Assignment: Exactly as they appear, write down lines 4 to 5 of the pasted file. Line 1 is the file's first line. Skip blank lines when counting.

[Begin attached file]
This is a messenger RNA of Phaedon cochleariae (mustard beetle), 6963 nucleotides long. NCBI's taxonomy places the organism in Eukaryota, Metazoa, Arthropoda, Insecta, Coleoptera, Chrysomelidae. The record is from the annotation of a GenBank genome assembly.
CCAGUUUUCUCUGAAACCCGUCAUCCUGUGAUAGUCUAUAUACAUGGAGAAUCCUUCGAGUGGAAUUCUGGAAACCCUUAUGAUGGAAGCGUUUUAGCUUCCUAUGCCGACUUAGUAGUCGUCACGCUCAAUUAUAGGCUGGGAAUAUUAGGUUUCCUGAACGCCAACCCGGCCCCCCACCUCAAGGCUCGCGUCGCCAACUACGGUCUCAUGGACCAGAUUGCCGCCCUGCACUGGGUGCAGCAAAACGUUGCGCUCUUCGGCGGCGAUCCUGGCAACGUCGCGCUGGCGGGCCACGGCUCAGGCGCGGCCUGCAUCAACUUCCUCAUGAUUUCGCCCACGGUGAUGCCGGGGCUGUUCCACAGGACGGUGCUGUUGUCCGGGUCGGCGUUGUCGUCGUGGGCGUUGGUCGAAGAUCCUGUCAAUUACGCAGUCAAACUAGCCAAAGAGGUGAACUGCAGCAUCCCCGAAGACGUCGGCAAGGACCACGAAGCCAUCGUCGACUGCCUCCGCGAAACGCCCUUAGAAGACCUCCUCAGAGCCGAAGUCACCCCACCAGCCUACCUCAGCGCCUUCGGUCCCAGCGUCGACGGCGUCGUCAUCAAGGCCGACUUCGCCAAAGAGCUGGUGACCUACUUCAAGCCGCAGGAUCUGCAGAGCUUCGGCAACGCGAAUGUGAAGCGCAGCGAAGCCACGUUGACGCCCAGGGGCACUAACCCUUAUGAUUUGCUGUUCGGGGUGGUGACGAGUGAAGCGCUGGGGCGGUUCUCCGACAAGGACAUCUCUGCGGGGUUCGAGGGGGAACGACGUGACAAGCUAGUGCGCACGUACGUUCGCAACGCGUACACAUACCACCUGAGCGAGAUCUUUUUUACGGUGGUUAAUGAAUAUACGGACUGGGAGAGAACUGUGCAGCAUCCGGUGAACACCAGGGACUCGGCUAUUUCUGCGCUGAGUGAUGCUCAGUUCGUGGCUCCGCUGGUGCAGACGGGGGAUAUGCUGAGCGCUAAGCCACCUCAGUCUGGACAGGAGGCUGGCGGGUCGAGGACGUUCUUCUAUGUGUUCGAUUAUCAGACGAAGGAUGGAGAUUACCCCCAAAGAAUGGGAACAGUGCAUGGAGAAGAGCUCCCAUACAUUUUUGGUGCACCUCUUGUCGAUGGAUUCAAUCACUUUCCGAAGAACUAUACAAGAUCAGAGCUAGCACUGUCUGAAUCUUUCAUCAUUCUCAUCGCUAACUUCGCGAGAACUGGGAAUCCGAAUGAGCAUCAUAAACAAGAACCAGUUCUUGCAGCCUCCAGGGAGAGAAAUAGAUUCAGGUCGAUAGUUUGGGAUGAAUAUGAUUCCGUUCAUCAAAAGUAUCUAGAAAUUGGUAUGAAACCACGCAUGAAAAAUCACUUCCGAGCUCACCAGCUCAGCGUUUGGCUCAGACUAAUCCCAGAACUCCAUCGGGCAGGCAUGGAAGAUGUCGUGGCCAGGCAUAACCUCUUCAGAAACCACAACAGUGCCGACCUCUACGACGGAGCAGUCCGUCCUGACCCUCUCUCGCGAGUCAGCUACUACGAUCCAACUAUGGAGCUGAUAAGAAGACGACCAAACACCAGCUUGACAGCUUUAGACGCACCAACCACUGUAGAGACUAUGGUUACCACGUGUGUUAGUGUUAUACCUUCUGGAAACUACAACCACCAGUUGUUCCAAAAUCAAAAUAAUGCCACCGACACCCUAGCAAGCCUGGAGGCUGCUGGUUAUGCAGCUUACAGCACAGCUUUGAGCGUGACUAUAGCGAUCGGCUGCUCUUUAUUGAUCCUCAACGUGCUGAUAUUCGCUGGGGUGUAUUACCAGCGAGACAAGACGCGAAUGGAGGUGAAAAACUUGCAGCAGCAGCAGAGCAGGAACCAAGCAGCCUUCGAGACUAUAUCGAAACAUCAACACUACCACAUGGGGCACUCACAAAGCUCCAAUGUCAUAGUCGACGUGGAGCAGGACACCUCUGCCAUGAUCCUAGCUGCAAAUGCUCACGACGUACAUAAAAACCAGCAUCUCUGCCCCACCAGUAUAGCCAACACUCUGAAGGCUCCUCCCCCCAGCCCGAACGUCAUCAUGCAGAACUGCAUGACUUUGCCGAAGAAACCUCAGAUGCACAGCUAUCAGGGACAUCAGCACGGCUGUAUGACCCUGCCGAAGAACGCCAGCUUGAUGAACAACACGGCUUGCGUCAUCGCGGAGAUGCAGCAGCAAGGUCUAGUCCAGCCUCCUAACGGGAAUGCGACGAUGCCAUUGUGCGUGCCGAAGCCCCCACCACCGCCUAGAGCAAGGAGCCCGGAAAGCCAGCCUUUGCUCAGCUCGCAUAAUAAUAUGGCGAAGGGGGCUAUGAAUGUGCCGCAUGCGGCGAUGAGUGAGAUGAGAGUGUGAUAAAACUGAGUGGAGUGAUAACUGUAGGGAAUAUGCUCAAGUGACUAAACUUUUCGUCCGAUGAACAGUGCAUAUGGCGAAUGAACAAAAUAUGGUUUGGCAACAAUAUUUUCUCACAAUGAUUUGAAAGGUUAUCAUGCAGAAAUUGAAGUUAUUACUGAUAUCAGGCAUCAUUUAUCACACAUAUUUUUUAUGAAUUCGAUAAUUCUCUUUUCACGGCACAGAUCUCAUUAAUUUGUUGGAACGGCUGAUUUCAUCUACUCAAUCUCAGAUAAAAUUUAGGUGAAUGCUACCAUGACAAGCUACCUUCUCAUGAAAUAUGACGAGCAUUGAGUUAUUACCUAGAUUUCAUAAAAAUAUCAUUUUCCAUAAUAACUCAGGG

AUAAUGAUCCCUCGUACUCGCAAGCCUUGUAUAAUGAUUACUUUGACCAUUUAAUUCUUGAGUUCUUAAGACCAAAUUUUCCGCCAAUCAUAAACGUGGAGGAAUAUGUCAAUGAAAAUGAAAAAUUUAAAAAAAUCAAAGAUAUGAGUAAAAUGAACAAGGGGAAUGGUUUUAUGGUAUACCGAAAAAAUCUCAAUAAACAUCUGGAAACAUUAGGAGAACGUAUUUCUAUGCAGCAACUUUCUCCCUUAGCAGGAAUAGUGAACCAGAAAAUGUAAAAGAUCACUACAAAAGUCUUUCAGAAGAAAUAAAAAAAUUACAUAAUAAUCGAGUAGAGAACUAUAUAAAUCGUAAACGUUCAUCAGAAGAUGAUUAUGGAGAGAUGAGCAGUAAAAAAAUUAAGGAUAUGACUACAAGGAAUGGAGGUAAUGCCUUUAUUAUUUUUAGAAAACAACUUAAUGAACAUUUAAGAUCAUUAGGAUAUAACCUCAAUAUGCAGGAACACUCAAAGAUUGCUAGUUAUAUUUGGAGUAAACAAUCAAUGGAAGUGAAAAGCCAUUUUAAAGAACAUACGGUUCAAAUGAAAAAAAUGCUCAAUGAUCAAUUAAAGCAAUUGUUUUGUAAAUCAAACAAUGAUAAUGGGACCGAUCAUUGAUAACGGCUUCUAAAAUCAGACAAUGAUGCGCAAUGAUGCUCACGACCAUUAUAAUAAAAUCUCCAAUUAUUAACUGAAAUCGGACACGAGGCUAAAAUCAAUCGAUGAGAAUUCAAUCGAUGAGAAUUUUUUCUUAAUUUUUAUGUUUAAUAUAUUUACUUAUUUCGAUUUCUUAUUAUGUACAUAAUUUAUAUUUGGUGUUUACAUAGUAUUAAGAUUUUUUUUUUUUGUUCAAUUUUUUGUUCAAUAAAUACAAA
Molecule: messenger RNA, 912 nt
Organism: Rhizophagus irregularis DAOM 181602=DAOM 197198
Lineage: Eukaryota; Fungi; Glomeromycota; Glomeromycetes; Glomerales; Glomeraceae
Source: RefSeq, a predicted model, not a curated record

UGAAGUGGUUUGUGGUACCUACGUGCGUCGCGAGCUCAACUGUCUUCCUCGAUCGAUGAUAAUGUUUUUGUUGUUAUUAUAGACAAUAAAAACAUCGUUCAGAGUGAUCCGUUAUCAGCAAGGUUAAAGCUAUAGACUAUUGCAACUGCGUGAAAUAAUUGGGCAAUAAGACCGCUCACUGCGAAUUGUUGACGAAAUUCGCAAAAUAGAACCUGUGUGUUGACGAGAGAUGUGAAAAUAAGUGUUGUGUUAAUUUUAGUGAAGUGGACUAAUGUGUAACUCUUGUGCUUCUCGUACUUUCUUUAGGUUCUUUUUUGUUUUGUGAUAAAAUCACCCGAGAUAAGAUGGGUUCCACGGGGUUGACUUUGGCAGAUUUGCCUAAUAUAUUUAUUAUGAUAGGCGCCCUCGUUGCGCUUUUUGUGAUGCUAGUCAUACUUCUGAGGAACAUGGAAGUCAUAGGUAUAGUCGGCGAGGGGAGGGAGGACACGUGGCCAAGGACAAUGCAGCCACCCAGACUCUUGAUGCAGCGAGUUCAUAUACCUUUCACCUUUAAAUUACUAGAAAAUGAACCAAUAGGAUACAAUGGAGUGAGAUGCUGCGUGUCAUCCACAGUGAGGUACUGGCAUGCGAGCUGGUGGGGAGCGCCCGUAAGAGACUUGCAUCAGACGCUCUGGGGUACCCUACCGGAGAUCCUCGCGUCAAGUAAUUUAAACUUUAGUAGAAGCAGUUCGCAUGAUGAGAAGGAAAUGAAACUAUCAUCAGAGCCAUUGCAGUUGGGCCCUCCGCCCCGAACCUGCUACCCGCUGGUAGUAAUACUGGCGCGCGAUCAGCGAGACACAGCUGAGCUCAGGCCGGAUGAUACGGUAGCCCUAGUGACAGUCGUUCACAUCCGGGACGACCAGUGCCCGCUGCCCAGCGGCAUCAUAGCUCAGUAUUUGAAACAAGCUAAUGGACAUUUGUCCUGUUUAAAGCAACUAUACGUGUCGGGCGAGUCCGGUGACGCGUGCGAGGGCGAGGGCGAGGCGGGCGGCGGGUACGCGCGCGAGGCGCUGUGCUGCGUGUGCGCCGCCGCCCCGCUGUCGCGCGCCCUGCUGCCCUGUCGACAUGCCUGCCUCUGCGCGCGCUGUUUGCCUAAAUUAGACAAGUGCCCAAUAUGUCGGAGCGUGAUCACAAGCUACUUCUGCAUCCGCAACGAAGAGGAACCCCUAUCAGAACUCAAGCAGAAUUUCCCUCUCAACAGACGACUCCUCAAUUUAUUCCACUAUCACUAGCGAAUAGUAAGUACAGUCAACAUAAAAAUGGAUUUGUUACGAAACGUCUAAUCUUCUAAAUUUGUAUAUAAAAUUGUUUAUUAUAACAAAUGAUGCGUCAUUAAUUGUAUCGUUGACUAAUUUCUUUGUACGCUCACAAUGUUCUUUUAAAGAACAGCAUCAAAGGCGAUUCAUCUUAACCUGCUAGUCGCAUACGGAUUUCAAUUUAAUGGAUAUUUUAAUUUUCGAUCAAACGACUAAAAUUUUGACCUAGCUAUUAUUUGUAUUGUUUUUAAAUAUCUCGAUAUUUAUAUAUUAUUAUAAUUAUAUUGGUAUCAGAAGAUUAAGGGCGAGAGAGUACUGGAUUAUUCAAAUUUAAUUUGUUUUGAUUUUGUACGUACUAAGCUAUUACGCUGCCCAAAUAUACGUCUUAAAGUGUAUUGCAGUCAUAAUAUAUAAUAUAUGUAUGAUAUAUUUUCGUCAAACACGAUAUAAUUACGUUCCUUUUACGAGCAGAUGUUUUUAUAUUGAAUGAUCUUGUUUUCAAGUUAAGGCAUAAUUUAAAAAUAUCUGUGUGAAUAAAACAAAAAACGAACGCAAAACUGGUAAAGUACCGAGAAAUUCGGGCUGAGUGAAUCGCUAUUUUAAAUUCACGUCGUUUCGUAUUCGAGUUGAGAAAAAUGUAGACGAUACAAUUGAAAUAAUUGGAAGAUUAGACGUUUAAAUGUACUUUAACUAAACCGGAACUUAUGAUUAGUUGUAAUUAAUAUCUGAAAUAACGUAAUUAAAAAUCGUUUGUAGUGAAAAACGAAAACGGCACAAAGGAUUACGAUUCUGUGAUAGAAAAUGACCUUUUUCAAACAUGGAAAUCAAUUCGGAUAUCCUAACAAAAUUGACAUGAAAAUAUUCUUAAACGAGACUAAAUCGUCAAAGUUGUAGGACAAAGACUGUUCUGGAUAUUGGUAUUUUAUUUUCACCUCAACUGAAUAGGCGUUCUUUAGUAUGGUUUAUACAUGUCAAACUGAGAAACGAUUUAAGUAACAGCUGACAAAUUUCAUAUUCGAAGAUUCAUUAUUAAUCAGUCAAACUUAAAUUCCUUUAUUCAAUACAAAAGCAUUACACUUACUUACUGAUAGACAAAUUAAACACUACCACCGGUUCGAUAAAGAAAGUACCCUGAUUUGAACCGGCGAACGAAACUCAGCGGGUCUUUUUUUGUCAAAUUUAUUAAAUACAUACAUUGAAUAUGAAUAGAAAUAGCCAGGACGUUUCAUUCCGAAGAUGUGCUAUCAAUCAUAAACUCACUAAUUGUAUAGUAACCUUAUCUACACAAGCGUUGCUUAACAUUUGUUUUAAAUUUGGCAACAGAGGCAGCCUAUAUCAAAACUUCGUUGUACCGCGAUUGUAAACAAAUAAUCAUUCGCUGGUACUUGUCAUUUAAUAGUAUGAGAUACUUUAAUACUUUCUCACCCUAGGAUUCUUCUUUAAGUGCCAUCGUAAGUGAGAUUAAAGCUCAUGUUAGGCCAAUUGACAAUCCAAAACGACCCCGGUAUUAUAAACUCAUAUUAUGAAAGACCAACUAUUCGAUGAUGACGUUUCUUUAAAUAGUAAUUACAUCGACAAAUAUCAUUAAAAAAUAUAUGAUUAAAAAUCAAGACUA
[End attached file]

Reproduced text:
Molecule: messenger RNA, 912 nt
Organism: Rhizophagus irregularis DAOM 181602=DAOM 197198